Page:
A high school teacher in Clarksburg, Maryland, and contributor to the parenting blog Diary of a First Time Mom, Kerrin Torres-Meriwether understands the long and short of sibling age gaps more fully than most. She and her twin sister were born just two minutes apart—they grew up side-by-side and remain best friends. On the other hand, there are 19 years between her and her youngest brother. While the two are close, she says, their relationship can’t draw on the bonds of shared childhood memories.
The ideal age gap, she decided, must be somewhere between those extremes. So when Torres-Meriwether had her first child, a son named Jailen, she and her husband planned to have another child around four years later. The siblings would still be close enough in age to play together, they reasoned, but not so close that the couple would be changing two sets of diapers, or eventually footing two college tuition bills, at once.
But things don’t always go according to plan—especially when babies are involved —and her daughter, Kerrigan, was born when Jailen was just 2.
“We had no plans to have another one so soon,” she recalls. “When Kerrigan was born, [Jailen] was still a baby to us. But now, he’s really taken to the big brother role.”
While there’s no simple formula for determining how much space is just enough space between babies, it helps to start by taking an honest look at whether you, your body and your family are really ready to try for another.
Preparing your body
According to a report from the Centers for Disease Control and Prevention, nearly 30 percent of American women get pregnant again within 18 months of giving birth. But that might not be enough time to restore depleted nutrients and recover from the physical stress of pregnancy.
Waiting a little longer can help reduce health risks for both mama and baby, suggest medical experts, including Robert Atlas, MD, chairman of obstetrics and gynecology at Mercy Medical Center in Baltimore.
“At least 18 to 24 months between pregnancies is optimal,” Atlas advises. “Too many back-to-back pregnancies can be associated with anemia and preterm birth.”
Other risks associated with closely spaced pregnancies include low birth weight and pregnancy complications.
Atlas stresses the importance of inter-conception care—discussing your family plans with your doctor between pregnancies so that whenever you decide the time is right, your body will be in good shape for another nine months of baby-growing.
“Talk to your doctor beforehand,” he advises. “What medical conditions do you have? Are you taking any medications, and are they safe during pregnancy? Do you need to make a plan for exercise and weight loss? Doing things to improve your health prior to conception is helpful.”
Preparing your mind
When contemplating a new addition, your mental health is just as important as your physical health, notes Laura Markham, PhD, clinical psychologist and author of Peaceful Parent, Happy Siblings: How to Stop the Fighting and Raise Friends for Life.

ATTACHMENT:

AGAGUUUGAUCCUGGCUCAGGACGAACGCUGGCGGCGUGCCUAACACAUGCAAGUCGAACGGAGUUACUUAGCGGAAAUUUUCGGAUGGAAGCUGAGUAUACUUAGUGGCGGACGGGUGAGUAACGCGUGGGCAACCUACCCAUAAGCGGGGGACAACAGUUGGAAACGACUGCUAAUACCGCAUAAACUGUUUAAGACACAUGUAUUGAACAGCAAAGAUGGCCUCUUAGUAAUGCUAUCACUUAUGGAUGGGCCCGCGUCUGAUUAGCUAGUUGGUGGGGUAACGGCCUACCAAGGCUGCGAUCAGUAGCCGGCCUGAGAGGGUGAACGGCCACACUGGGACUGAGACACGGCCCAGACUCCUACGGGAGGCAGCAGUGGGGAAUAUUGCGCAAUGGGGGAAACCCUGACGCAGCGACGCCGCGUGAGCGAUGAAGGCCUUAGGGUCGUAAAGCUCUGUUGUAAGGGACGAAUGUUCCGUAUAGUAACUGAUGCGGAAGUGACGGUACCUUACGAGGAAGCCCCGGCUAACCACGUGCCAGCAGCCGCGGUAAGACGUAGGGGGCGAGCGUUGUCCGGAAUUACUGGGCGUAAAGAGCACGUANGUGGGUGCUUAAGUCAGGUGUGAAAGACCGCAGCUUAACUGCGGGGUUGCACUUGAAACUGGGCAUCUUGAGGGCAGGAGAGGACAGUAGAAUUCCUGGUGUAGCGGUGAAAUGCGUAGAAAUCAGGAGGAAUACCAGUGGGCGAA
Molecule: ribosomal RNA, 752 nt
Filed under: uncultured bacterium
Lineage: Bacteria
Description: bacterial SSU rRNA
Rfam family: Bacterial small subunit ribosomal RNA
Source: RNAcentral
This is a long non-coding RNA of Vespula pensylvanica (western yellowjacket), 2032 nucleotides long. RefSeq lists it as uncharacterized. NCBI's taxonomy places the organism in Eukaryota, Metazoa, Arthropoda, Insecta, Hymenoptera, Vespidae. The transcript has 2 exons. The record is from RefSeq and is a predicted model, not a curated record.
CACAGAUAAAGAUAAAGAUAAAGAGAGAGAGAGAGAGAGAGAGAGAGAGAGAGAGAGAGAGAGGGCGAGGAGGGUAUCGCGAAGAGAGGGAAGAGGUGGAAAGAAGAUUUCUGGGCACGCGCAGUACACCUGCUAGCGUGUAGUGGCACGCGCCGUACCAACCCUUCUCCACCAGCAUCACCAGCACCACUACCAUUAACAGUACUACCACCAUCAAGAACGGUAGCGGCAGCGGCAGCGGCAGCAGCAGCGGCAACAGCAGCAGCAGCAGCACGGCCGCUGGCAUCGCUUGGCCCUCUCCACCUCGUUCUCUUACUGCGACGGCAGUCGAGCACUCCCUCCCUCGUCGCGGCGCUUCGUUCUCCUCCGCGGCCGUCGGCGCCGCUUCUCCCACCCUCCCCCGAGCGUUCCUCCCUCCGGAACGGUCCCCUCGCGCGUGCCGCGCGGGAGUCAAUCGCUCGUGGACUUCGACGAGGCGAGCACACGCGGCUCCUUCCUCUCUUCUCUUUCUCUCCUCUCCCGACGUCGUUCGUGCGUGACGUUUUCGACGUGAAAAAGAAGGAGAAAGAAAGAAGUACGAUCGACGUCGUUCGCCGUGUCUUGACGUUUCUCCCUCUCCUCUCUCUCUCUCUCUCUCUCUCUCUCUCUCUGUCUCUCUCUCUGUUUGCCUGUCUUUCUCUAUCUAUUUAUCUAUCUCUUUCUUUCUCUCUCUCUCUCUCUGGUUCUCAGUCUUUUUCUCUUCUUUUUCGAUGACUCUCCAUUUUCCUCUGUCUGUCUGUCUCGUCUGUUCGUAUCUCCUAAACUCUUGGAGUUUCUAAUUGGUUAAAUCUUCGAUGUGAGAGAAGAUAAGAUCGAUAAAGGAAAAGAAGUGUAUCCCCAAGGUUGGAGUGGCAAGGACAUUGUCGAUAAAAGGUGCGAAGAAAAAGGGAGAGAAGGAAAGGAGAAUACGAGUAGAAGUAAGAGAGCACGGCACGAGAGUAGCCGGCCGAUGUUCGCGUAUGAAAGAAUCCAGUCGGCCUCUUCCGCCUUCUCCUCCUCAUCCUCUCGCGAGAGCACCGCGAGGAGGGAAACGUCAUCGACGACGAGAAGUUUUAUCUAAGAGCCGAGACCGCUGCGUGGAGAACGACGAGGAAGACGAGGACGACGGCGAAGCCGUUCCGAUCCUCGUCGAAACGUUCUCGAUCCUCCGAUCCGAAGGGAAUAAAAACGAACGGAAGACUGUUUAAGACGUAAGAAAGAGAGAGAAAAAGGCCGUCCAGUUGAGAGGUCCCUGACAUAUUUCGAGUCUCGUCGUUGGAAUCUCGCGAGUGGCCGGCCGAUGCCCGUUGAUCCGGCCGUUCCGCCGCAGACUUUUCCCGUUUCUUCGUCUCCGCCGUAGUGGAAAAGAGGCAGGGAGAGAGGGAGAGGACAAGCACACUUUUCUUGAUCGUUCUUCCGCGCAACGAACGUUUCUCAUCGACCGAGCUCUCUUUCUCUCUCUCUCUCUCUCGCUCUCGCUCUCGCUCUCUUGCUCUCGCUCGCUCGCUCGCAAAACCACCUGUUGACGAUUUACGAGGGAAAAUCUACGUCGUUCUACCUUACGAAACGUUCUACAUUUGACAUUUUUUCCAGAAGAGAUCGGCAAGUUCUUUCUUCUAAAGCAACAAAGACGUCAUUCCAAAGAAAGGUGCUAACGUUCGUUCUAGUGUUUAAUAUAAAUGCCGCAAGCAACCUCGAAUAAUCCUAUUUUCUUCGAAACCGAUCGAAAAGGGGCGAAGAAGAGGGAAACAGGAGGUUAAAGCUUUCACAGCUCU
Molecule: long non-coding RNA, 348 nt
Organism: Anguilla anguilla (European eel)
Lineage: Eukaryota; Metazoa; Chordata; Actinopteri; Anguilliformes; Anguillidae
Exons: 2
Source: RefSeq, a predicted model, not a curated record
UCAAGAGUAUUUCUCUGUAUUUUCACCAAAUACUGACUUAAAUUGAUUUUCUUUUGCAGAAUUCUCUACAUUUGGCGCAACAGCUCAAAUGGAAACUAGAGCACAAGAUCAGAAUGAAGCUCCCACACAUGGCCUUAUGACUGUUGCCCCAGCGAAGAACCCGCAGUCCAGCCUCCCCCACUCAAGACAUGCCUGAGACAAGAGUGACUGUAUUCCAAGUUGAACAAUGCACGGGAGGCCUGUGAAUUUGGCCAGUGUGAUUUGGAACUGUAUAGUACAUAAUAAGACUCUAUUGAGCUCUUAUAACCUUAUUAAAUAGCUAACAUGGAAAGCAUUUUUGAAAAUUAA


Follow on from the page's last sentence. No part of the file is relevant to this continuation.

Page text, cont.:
Many parents plan to have their children within a year or two of each other, in part to get through the nursing-diapering-up-all-night infant period all at once, she says.
Although it’s possible for two-baby households to thrive, Markham knew that, for her, the arrangement wasn’t ideal. The stress and sleeplessness would have made it difficult to be a fully responsive parent to both children. She didn’t have a second child until her first was four.
“Part of the decision involves knowing you’ll have enough energy to be the kind of parent you want to be,” Markham explains. “I knew I would be a better mom if I spaced my kids farther apart.”
Listen to your instincts, adds Anna Lazo, PsyD, a licensed clinical psychologist in Oakland, California. “Maybe you always had these hopes and dreams that you would have two children, two years apart. You’re allowed to change your mind. Accept where you are at that time—it’s a very personal decision that’s really different for every family.”
Preparing your family
As soon as they knew another baby was on the way, Torres-Meriwether and her husband started talking to big brother Jailen about his sibling-to-be.
“We tried to really involve him in the process,” she says. “When Kerrigan finally arrived, he wasn’t surprised, and it wasn’t as challenging a transition as we thought it was going to be.”
Sibling dynamics are yet another factor in the baby-spacing equation, and Markham reassures parents that lifelong friendships among brothers and sisters are possible regardless of how many years separate your children. Just keep in mind the pros and cons associated with wide and slim age gaps.
“Siblings spaced closer together are more likely to bond more deeply,” Markham says. “As a family, you’ll likely have more coherence—the same movies are of interest to both children, you can all take part in the same conversations around the dinner table.”
But close-in-age siblings also tend to fight more. “As long as parents handle the fighting well, what the children will remember in the end is the love and affection, not the fighting,” Markham assures.
Meanwhile, when children are spaced farther apart, they fight less, and older siblings are less likely to experience bouts of jealousy. They’re also more likely to have a life outside the home—they go to pre-school, play sports or have neighborhood friends, for example—which can help ease demands on your attention.
But, Markham adds, “Your kids will not automatically play together. You’ll have to work harder to build a bond.” Torres-Meriwether’s children are now 4 and 2, and she says that, although they’re closer in age than she originally planned, she cherishes the friendship blossoming between them.
“The other day they were sitting on the ground together with some toy trucks. Kerrigan was just banging them on the floor until Jailen came over and showed her how to roll them. He really looks out for her.”